Biologist Provides New Take On Religion

November 10, 1998

Anthropologists estimate that there have been as many as 100,000 different religions in the world through the ages.

Now, a biologist at Washington University in St. Louis has introduced a novel religious orientation with the publication of her book, "The Sacred Depths of Nature," Oxford University Press, fall 1998.

Ursula W. Goodenough, Ph.D., professor of biology in Arts and Sciences, introduces the concept of religious naturalism in her book, which interweaves traditional religious thought, myth and mysticism with the unraveling mysteries of science. Religious naturalism is based on our "scientific understanding of nature," Goodenough says, but it places this understanding within the framework of global religious thought. Central to Goodenough's approach is the conviction that whether or not people can agree on the existence of a personal god, science and religion both elicit a similar sense of awe, mystery and faith. And, she hopes, science and religion will be less antagonistic toward each other and more complementary.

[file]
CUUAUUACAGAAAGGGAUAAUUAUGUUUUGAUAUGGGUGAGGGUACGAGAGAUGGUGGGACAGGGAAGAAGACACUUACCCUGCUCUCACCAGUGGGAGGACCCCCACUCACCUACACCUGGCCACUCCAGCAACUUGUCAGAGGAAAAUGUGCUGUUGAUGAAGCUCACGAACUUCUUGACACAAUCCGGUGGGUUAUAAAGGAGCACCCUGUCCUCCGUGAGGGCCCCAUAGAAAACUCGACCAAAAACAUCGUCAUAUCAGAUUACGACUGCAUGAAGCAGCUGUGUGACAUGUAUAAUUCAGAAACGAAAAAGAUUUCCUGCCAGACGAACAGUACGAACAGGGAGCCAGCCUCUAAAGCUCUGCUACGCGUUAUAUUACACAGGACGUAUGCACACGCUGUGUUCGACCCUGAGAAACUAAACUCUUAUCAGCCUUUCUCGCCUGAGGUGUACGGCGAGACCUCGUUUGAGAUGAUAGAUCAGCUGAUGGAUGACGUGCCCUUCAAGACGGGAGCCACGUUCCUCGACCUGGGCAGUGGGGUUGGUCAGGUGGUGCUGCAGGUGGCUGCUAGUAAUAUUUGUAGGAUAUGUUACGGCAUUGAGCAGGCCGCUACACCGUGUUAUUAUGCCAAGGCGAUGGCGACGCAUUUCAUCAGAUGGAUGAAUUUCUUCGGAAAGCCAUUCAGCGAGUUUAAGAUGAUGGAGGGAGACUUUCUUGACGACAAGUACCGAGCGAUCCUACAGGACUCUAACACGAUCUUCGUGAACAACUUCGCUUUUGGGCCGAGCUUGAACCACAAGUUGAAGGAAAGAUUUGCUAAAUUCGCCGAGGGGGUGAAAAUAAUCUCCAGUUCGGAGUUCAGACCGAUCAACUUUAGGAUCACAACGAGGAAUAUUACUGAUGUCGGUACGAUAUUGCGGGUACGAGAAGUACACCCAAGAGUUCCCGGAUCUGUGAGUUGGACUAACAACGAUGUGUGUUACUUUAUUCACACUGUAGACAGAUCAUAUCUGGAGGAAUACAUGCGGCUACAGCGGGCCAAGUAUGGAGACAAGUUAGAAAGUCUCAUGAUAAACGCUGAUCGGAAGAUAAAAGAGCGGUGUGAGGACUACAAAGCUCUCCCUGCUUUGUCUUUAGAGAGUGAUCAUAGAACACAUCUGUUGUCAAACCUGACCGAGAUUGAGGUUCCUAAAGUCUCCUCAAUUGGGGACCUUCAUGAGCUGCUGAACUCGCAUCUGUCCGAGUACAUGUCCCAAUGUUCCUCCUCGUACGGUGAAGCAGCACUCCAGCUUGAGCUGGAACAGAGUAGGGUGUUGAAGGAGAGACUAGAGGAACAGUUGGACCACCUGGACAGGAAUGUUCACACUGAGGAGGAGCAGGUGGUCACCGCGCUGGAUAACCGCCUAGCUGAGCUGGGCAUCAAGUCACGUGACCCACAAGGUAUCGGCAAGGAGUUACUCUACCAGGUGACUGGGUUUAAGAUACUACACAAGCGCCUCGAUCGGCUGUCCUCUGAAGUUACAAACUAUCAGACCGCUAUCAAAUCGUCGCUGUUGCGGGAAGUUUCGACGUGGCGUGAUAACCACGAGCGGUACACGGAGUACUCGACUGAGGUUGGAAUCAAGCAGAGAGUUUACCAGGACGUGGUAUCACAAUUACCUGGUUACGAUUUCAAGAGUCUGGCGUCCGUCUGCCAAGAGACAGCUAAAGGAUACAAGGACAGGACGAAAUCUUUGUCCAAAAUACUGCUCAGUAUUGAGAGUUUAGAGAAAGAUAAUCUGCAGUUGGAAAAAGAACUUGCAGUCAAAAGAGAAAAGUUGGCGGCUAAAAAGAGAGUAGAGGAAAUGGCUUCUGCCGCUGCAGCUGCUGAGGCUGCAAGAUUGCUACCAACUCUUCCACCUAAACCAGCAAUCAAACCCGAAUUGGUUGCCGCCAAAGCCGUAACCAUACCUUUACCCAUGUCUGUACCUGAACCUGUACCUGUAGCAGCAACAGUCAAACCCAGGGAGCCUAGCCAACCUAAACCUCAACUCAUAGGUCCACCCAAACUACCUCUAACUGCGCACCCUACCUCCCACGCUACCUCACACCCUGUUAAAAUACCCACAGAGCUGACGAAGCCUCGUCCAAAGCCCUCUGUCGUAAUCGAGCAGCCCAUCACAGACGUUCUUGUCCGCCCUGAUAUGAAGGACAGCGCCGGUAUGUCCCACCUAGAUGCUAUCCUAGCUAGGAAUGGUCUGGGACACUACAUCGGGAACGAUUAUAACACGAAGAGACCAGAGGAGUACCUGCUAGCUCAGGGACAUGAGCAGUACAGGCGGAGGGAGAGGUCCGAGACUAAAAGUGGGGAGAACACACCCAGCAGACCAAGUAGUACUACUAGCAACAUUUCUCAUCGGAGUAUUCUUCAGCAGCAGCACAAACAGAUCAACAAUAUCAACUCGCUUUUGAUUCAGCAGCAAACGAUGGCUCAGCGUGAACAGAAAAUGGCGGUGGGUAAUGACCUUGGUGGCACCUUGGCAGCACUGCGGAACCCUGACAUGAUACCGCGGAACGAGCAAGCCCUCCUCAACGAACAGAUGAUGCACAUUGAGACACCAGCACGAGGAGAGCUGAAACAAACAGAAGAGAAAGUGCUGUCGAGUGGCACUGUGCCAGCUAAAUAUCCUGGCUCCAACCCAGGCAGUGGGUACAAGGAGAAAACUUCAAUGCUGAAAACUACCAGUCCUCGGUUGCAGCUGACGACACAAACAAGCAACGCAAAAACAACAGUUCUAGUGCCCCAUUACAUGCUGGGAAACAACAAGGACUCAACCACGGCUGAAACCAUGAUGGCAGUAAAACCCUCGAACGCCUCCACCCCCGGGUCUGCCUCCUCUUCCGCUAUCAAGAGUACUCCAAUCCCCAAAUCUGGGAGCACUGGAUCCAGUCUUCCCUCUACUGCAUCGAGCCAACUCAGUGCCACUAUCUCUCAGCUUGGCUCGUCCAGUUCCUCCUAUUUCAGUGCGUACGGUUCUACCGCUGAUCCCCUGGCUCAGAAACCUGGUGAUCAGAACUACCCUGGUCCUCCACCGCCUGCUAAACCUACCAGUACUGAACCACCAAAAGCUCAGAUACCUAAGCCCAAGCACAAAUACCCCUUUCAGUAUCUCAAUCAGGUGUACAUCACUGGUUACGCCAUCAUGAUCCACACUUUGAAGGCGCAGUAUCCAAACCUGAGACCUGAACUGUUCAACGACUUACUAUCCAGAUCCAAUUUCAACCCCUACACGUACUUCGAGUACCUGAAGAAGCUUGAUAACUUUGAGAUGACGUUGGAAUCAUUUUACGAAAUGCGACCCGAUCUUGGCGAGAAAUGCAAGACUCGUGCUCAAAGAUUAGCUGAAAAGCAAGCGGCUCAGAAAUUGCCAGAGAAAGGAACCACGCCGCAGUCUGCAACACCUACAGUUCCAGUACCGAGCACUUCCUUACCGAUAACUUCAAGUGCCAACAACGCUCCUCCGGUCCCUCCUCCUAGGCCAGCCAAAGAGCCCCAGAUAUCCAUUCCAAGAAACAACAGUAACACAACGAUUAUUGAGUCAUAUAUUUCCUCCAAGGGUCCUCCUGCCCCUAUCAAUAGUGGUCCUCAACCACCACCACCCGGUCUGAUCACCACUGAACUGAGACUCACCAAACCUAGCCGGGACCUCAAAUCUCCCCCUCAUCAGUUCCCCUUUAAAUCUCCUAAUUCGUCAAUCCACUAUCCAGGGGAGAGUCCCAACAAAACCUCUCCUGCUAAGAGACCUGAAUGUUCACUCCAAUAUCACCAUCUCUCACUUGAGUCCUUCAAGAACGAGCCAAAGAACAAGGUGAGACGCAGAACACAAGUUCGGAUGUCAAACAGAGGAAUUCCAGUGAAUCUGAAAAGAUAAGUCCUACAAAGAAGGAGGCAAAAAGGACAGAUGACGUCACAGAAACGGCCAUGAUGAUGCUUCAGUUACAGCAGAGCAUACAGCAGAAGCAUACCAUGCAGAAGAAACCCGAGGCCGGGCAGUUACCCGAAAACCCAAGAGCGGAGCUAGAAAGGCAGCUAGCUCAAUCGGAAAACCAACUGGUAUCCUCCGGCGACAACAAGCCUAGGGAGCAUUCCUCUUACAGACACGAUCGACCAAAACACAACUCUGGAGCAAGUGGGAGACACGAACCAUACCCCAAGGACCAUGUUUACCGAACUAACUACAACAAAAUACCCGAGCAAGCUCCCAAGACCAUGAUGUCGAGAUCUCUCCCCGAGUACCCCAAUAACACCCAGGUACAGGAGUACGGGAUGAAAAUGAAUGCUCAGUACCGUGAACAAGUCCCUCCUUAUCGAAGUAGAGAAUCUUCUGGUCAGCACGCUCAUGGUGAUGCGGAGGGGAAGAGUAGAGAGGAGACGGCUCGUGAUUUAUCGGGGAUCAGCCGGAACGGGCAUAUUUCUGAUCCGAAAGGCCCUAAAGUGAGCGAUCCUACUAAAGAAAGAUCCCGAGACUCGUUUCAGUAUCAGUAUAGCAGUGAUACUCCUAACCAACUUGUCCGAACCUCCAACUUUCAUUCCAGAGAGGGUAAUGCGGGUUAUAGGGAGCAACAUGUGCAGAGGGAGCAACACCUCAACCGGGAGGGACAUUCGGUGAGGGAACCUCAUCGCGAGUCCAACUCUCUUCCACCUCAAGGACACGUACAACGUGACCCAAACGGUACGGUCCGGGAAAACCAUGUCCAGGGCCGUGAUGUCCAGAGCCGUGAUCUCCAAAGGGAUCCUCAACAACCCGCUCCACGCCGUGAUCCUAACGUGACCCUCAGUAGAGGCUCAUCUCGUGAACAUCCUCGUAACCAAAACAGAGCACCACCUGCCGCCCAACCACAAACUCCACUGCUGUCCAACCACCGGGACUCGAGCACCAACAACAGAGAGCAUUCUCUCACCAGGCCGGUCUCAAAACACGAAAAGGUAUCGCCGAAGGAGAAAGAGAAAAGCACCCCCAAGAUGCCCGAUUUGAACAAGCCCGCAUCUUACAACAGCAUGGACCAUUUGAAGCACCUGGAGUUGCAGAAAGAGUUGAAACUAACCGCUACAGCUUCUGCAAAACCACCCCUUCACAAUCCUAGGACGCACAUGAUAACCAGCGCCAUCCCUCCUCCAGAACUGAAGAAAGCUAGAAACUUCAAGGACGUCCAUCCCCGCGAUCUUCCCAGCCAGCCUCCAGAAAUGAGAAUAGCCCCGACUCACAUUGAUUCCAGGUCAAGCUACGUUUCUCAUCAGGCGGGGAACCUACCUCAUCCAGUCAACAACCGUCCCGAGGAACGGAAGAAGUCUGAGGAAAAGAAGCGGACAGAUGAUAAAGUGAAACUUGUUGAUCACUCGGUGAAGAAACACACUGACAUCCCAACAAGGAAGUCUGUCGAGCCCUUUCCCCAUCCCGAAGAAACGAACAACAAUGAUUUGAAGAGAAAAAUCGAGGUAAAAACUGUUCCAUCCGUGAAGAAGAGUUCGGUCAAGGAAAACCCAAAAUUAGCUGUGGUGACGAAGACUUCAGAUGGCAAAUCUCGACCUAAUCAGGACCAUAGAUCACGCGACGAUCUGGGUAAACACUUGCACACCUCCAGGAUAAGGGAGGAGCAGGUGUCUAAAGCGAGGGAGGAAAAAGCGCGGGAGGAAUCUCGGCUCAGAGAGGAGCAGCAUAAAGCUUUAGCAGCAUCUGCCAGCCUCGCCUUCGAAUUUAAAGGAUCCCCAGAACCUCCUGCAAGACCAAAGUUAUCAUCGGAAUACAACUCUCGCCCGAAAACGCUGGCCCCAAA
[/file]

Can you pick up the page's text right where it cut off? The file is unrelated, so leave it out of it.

Balancing act
The book explores the science behind evolution, emotions, neuroscience, the origins of life, sexuality and death, while relating them to familiar religious and cultural concepts. It is religious in tone, while agnostic over the existence of a supernatural god.

Thus, Goodenough successfully performs a balancing act of discussing religion and science to theists and non-theists alike.